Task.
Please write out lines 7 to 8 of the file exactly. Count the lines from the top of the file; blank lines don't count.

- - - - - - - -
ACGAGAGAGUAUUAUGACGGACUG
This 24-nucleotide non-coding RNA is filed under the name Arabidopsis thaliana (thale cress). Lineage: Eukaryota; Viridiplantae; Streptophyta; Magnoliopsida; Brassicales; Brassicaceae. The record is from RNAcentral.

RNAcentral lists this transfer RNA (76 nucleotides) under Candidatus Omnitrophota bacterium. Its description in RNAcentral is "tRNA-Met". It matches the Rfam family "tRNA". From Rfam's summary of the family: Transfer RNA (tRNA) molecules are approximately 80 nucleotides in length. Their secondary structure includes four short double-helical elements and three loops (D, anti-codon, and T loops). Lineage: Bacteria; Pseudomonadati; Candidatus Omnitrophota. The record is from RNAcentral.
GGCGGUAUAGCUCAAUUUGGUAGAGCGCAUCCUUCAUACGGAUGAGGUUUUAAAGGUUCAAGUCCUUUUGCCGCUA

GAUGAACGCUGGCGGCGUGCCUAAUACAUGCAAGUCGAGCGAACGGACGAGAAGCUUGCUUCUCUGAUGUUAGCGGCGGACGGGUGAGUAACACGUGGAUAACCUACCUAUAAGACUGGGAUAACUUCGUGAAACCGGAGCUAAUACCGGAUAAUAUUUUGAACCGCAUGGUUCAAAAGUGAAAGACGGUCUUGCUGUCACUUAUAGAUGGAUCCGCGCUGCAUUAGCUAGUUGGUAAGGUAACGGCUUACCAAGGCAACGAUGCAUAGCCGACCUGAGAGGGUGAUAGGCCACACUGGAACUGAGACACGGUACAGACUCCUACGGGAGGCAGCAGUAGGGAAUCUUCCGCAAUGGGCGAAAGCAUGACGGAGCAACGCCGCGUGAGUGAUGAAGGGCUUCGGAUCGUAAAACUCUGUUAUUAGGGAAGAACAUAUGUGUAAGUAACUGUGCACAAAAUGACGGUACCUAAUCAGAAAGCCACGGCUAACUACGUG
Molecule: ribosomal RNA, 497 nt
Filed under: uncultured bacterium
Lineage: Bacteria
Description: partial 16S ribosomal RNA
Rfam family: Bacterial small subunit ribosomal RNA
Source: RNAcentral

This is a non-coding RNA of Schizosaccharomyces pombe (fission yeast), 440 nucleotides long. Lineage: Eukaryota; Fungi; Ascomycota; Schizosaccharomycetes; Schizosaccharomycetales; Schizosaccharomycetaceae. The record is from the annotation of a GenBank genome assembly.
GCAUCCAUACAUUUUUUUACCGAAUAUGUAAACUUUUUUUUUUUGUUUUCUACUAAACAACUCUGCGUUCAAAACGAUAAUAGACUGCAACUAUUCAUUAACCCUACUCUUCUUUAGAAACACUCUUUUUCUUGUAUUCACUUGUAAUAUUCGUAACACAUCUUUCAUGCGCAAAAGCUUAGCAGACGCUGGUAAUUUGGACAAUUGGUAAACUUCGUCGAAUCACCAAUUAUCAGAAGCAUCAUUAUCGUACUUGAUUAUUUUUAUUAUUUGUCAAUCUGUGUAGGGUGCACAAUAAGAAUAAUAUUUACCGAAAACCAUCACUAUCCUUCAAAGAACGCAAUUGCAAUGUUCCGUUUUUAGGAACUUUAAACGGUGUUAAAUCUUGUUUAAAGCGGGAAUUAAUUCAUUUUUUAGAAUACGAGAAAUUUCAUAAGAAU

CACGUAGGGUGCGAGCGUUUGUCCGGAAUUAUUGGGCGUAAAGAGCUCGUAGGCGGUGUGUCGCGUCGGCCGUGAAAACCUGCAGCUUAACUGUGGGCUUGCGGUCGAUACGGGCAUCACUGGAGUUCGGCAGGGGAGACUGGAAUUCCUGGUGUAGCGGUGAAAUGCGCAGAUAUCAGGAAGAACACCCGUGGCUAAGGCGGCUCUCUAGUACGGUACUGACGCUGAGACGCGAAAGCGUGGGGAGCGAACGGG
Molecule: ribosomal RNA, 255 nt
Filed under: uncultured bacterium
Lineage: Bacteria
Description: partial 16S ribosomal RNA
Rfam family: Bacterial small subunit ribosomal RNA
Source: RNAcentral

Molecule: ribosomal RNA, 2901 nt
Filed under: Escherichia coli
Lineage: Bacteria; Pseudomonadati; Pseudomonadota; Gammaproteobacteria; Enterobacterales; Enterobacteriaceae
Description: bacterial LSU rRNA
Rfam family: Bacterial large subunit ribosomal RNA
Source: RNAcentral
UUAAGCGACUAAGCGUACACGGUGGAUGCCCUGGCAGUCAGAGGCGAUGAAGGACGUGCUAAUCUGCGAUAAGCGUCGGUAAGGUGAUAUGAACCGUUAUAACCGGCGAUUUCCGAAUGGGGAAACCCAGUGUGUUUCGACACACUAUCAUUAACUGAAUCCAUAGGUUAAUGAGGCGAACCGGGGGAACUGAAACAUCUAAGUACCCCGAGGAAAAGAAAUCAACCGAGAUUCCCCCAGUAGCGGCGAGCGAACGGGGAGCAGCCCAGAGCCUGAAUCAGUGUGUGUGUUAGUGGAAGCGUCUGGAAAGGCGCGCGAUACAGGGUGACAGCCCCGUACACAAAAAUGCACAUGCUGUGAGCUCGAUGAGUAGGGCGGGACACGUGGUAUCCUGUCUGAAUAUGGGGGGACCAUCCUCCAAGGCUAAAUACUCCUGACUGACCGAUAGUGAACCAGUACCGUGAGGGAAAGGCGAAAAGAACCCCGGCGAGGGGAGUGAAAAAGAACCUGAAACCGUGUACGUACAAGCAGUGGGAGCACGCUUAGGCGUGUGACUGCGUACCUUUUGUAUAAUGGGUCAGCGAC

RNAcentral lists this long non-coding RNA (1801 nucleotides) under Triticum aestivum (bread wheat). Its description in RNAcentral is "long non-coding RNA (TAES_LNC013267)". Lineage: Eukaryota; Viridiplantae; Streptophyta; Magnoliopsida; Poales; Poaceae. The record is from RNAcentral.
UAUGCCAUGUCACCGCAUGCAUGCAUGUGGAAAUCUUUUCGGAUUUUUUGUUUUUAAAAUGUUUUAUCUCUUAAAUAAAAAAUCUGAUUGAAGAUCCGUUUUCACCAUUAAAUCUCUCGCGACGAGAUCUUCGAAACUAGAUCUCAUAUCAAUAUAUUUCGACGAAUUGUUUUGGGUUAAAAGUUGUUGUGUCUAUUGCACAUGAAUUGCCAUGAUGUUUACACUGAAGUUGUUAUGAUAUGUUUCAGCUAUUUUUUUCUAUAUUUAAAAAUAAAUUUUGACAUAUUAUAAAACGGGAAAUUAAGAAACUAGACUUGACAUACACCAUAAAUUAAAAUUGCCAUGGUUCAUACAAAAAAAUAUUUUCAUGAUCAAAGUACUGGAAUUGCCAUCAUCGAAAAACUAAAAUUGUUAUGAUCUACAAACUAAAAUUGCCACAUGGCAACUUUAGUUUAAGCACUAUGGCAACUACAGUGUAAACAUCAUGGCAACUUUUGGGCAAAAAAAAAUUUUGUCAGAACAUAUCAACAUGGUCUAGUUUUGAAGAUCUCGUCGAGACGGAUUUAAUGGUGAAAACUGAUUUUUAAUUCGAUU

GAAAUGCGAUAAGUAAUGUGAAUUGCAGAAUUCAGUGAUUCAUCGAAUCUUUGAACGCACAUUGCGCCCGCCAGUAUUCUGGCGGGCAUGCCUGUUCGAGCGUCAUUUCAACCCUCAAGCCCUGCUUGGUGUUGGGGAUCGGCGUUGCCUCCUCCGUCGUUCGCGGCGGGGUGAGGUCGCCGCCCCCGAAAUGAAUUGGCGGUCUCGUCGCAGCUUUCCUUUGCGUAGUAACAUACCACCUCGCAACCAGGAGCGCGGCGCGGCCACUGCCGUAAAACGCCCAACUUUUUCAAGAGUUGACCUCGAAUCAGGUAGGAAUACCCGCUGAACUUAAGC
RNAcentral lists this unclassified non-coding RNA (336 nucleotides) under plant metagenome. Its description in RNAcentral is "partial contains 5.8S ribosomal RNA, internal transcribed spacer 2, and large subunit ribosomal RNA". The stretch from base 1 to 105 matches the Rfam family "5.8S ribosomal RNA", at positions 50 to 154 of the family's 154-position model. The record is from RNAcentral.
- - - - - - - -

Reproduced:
Filed under: uncultured bacterium
Lineage: Bacteria